Wednesday, April 17, 2013

The Thinking Rock

Due to the series of snowy spring storms that have kept rolling into the Black Hills over the past two weeks, I've found it hard to write about anything botanical.  So instead, this morning I made a visit to the thinking rock in an effort to find inspiration.

The thinking rock is in our pasture.  My husband dubbed it that when we were in the process of building our house and moving to the Hills from Oregon. He spent many hours there during the construction of our house thinking, worrying, and wondering about the future.

The thinking rock juts out of the lowland sedge pasture and has a small Ponderosa pine growing from a crack in the flat topped, table sized boulder.  The pine tree on the rock is small in size, likely aged, and of course, very wise.

However, the little tree didn't look too happy today, instead it looked sort of forlorn and lonely.

The Thinking Rock

My thought for the day:

I've often heard it stated that, "Trees are our most important (valuable) resource."  I agree with the fact they are important, but in defense of the other botanical resources that feed and clothe us, I can't say that trees are most important.  Anyone who disagrees with me should climb up a tree like a porcupine, and chew on some bark!

Don't you think the tree on the thinking rock looks happier in a more diverse setting?


We have the opportunity to be stewards of such a wide array of botanical resources.  It might not pay to get too wrapped up in identifying one as more important than others. Everything in our world is interconnected, so we should pay due respect to all.

By now you're probably wondering what the purpose of this blog is?  In the future, I plan to feature some really cool plants and habitats, how they interact with the living and breathing creatures on earth, and how each benefits from the other.

In the meantime, thanks for stopping by.  Hope to see you back again soon!



Thursday, April 11, 2013

Trees & Beetles & Fuels.... Oh My!

I live in a small subdivision in the Southern Black Hills of South Dakota.  Our subdivision, Silver Star I & II, realized in the early part of the decade that we were vulnerable to losing everything to wildfire.  As a result, we have worked very hard to be Firewise  in our way of life.  Silver Star became a nationally recognized Firewise Community in early 2005.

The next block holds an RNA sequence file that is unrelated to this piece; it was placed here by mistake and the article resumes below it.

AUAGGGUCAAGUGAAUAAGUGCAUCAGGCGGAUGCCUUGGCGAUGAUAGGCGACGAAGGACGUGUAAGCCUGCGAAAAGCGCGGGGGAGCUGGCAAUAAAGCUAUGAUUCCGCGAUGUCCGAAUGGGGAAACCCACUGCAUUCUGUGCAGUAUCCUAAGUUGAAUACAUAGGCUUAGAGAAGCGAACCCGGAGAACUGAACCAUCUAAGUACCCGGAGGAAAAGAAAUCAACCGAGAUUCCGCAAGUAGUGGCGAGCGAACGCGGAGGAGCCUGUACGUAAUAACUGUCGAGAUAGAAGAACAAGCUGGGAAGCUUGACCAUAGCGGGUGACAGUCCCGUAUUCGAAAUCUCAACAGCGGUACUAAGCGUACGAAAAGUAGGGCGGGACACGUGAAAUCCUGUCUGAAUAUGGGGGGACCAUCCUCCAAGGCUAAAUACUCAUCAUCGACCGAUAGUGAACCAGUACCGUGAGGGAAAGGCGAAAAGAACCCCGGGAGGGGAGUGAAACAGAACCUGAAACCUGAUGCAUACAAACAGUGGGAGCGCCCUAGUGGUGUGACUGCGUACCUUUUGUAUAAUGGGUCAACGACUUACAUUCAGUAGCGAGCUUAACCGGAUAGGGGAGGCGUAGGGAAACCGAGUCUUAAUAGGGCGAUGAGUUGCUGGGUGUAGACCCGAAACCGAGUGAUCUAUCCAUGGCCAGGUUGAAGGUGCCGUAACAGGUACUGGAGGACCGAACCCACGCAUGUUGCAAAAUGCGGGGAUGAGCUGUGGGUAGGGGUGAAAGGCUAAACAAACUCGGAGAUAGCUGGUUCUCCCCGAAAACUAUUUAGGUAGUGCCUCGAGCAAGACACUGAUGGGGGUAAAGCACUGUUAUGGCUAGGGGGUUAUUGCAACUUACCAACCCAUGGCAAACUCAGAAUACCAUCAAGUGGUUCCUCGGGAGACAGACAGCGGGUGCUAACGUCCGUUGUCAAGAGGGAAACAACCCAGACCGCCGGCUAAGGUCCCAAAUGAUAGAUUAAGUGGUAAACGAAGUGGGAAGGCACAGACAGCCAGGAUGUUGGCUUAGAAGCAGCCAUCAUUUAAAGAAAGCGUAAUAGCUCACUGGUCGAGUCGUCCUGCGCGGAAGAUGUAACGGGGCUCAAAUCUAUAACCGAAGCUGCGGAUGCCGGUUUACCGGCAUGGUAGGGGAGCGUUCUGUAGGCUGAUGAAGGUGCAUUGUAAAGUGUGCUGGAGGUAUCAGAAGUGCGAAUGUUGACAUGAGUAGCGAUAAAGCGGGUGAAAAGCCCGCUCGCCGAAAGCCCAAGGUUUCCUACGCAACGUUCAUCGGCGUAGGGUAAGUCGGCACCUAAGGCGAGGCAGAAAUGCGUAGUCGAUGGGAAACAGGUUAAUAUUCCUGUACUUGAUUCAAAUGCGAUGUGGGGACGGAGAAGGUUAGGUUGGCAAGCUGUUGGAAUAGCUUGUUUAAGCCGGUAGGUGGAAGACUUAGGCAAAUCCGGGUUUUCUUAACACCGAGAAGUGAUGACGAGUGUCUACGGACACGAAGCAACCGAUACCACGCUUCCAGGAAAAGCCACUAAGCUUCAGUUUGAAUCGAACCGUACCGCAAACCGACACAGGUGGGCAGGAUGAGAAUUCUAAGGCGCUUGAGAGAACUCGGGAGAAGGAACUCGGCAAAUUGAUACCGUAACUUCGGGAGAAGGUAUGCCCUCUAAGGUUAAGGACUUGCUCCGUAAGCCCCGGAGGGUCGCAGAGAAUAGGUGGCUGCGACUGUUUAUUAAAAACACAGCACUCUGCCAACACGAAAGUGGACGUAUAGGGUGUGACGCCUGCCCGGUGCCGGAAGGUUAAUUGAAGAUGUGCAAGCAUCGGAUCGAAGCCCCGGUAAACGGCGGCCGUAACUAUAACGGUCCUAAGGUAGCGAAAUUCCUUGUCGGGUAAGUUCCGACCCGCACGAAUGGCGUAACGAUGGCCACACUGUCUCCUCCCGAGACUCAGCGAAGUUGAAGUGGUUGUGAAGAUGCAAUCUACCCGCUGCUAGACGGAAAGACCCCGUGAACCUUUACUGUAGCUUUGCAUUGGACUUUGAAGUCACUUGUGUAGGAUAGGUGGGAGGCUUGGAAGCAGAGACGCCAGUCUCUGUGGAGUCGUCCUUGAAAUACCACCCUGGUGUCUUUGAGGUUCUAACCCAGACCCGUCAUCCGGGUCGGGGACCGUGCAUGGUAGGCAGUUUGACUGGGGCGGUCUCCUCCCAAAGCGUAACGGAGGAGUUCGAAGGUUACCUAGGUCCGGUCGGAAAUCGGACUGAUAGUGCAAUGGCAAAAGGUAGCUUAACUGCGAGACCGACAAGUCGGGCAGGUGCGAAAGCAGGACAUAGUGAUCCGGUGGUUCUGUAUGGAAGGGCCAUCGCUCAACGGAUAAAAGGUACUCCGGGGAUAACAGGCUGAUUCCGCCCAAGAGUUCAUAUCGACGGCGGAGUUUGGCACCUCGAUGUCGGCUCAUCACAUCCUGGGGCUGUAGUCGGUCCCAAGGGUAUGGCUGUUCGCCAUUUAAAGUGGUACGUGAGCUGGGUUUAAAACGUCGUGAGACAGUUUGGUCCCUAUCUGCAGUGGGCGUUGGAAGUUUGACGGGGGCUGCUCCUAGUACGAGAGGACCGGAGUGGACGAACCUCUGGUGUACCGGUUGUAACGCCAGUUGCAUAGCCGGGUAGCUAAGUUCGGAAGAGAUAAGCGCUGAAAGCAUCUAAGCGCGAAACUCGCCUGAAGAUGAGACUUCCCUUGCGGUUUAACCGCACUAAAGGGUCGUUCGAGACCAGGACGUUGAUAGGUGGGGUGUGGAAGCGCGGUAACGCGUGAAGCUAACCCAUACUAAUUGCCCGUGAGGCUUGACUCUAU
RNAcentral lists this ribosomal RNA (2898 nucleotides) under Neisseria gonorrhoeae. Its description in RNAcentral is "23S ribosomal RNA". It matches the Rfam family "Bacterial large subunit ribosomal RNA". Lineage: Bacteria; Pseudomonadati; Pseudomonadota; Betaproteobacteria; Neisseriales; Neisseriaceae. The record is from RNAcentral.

The Black Hills (along with many other western forests) are currently experiencing a mountain pine beetle outbreak of epic proportions.  As a result, the community of Custer has responded with numerous "Bark Beetle Blues" events throughout the year.

A couple of days ago, I participated in a forum called A Landowner Conversation: Beetles, Fuels, and Forestry that was sponsored by Custer County Conservation District.  As chairman of the Silver Star Firewise Board, the SCD  asked  me to put together a history of our Firewise project along with information on how the beetle outbreak has impacted us.  I put together the following video and have been encouraged  to share it.  I'm really proud of what our neighborhood has accomplished in the last 8 years.  What a small but mighty group!

video




Wednesday, April 10, 2013

Is There Really Such a Thing As a Moderate Botanist?

In the current, deeply divided political climate it seems that people can easily be assigned to one of two major camps just because of what they do for a living.  Botanists, archaeologists, and wildlife biologists tend to get thrown into the wacko-liberal-terrorist-camp (a.k.a. blockers), while other natural resource professionals such as foresters, range cons, geologists, loggers, miners and others who make their livings from resource extraction are the sane, level-headed stewards of the land.  However, after a career in natural resource management I can attest that there are plenty of moderate botanists, archaeologists, and wildlife biologists in the world.  I am one of them. 

Having spent more of my career administering grazing permits than counting posies has made me a staunch advocate for wise and sustainable uses of the land.  In other words, we have to use the resources to exist as a species, so we can't take the hands-off protective approach that true environmentalists demand.  However, we also can't continue to take everything that the land is generous enough to offer and continue to give nothing back.  Through the years I've witnessed that both approaches are detrimental for both the real estate  the human condition. 

Instead of wasting anymore time with the "blame game" and pointing fingers at those who view things through a different lens, why don't the extremists at both ends of the spectrum figure out a compromise that they can live with?  They won't have to give up  all, or perhaps any, of their values in the process.  Also, don't forget that the other 99% and future generations are going to have to live with it too.  The problem is just too complex for any simple solution.  Nothing black and white about it, just gray.

So here is my message to all the screaming liberals and confirmed conservatives: You're not only controlling the lives of moderates, but boring us stiff too!  Get your acts together before it's too late!